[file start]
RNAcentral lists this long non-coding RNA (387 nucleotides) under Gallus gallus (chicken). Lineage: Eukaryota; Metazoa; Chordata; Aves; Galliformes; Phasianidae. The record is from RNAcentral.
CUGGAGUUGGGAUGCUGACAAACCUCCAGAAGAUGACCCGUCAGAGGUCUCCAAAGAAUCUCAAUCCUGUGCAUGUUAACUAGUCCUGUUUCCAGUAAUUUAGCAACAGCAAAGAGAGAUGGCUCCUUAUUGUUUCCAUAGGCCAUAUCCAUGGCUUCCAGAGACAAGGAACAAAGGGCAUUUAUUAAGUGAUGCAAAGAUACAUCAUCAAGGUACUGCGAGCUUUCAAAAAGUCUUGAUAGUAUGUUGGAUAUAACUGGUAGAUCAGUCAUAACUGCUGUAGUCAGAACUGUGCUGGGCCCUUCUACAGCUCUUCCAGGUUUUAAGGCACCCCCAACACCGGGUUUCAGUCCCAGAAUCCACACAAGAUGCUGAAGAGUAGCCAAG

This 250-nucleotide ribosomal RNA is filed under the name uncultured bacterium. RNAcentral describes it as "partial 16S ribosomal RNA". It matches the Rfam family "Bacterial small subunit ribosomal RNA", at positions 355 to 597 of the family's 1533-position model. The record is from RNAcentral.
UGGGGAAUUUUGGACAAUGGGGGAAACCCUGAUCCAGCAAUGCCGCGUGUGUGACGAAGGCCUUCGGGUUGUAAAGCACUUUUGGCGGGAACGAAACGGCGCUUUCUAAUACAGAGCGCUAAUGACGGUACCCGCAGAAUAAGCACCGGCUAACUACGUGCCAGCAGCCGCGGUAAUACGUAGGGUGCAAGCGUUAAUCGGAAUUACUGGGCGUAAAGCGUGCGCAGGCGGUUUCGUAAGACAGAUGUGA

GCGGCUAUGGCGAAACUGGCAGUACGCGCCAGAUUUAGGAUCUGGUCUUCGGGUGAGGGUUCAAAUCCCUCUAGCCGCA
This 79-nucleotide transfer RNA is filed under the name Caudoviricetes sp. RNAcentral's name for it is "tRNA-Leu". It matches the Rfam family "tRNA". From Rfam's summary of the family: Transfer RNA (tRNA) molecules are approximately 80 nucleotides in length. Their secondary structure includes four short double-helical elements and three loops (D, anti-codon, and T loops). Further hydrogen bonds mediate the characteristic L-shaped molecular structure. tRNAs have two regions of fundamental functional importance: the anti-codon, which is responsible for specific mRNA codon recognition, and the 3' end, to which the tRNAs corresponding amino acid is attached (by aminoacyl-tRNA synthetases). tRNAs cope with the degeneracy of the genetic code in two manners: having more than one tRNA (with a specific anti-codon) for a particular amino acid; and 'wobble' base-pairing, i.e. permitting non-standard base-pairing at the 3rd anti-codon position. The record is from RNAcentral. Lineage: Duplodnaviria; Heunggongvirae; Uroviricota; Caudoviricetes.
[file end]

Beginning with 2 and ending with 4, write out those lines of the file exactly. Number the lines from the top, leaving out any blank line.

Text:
CUGGAGUUGGGAUGCUGACAAACCUCCAGAAGAUGACCCGUCAGAGGUCUCCAAAGAAUCUCAAUCCUGUGCAUGUUAACUAGUCCUGUUUCCAGUAAUUUAGCAACAGCAAAGAGAGAUGGCUCCUUAUUGUUUCCAUAGGCCAUAUCCAUGGCUUCCAGAGACAAGGAACAAAGGGCAUUUAUUAAGUGAUGCAAAGAUACAUCAUCAAGGUACUGCGAGCUUUCAAAAAGUCUUGAUAGUAUGUUGGAUAUAACUGGUAGAUCAGUCAUAACUGCUGUAGUCAGAACUGUGCUGGGCCCUUCUACAGCUCUUCCAGGUUUUAAGGCACCCCCAACACCGGGUUUCAGUCCCAGAAUCCACACAAGAUGCUGAAGAGUAGCCAAG

This 250-nucleotide ribosomal RNA is filed under the name uncultured bacterium. RNAcentral describes it as "partial 16S ribosomal RNA". It matches the Rfam family "Bacterial small subunit ribosomal RNA", at positions 355 to 597 of the family's 1533-position model. The record is from RNAcentral.
UGGGGAAUUUUGGACAAUGGGGGAAACCCUGAUCCAGCAAUGCCGCGUGUGUGACGAAGGCCUUCGGGUUGUAAAGCACUUUUGGCGGGAACGAAACGGCGCUUUCUAAUACAGAGCGCUAAUGACGGUACCCGCAGAAUAAGCACCGGCUAACUACGUGCCAGCAGCCGCGGUAAUACGUAGGGUGCAAGCGUUAAUCGGAAUUACUGGGCGUAAAGCGUGCGCAGGCGGUUUCGUAAGACAGAUGUGA